• Remote ischaemic post-conditioning (RIPost): brief cycles of non-lethal ischaemia induced at a limb via blood pressure cuff following reperfusion therapy. While proof-of-concept studies have shown some promise,14 no large-scale clinical trials have yet been undertaken to explore RIPost.

The failure of large-scale ischaemic conditioning trials

While proof-of-concept studies have provided a tantalising view of potential clinical efficacy with various ischaemic conditioning interventions, large-scale clinical trials have so far proved fruitless. This section will explore these failed trials and examine why ischaemic conditioning techniques have yet to fulfil their clinical potential.

RIPC

The 2015 RIPHeart study15 by Meybohm et al. was a 1,403 patient, multi-centre, double-blinded, randomised-controlled trial (RCT) exploring RIPC in elective surgical patients requiring cardiac bypass. The primary end point was a composite of acute renal failure, stroke, non-fatal MI or all-cause death up to 14 days after surgery. Four cycles of true or sham RIPC were given post-anaesthetic induction and pre-surgical incision. No significant difference was seen between the primary end points of either cohort. At approximately the same time, the ERRICA study16 by Hausenloy et al. was published. This study was a 1,612-patient, multi-centre, double-blinded RCT of RIPC in patients undergoing CABG surgery. The primary end point was the rate of major adverse cardiac and cerebral events 12 months after the intervention. Four cycles of true or sham RIPC were given post-anaesthetic induction and pre-surgical incision. Once again, no significant difference was seen between the primary end points of either cohort.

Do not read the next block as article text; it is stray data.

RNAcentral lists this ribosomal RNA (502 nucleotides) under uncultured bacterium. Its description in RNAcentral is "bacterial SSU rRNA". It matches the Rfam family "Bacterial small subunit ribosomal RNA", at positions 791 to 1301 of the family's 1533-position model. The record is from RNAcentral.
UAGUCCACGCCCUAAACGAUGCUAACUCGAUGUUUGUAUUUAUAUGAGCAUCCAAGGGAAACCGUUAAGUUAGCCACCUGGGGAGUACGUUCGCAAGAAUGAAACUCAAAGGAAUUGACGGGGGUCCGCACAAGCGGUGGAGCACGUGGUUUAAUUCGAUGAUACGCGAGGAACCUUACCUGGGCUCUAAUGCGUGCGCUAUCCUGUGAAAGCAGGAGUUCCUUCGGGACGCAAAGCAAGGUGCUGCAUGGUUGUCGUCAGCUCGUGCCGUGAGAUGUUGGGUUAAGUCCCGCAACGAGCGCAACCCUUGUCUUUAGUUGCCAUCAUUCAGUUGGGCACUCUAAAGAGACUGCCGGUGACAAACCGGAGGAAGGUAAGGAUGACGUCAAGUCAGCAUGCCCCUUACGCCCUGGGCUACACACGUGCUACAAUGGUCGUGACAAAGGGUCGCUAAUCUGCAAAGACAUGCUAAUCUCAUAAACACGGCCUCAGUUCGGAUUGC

Why was it that both of these trials failed to provide positive results? It may be that the injury suffered during CABG surgery is too small for RIPC to provoke a significant protective effect: it is well recognised from the pre-clinical literature that the smaller the primary injury, the smaller the benefit from a conditioning intervention is likely to be. It is also important to consider the other therapies patients undergoing surgical procedures will be exposed to: all patients in RIPHeart and >90% of patients in ERICCA were anaesthetised with propofol, an agent which might abolish RIPC-based cardioprotection, and an important potential confounder.17

PPerC

The 2015 CIRCUS study18 by Cung et al. was a 970 patient, multi-centre, double-blinded RCT exploring CsA as a pre-conditioning agent in patients undergoing PPCI to treat STEMI. The primary end point was a one- and three-year composite of heart failure progression, rehospitalisation for heart failure, adverse left ventricular modelling, and all-cause death. Prior to PPCI, patients were randomised to a CsA or placebo infusion. No significant difference in the primary end point was seen at one year: a neutral outcome. This could be due to the absence of data for left ventricular (LV) end-diastolic volume in 17% of patients. These absent data, combined with the high incidence of adverse modelling in both cohorts, could have made it difficult to detect a significant difference in the other components of the primary end point composite. The 2016 CYCLE study19 by Ottani et al. was a 410 patient, multi-centre, prospective/randomised/open-label/blinded-endpoint (PROBE) trial, which also explored CsA as a per-conditioning agent in patients undergoing PPCI to treat STEMI. The primary end point was the incidence of ≥70% ST-segment resolution 60 minutes after thrombolysis in MI (TIMI) flow grade 3. Prior to PPCI, patients were randomised to a CsA or placebo injection. Once again, no significant difference between the cohorts was detected. As such, the future use of CsA as a per-conditioning agent appears doubtful.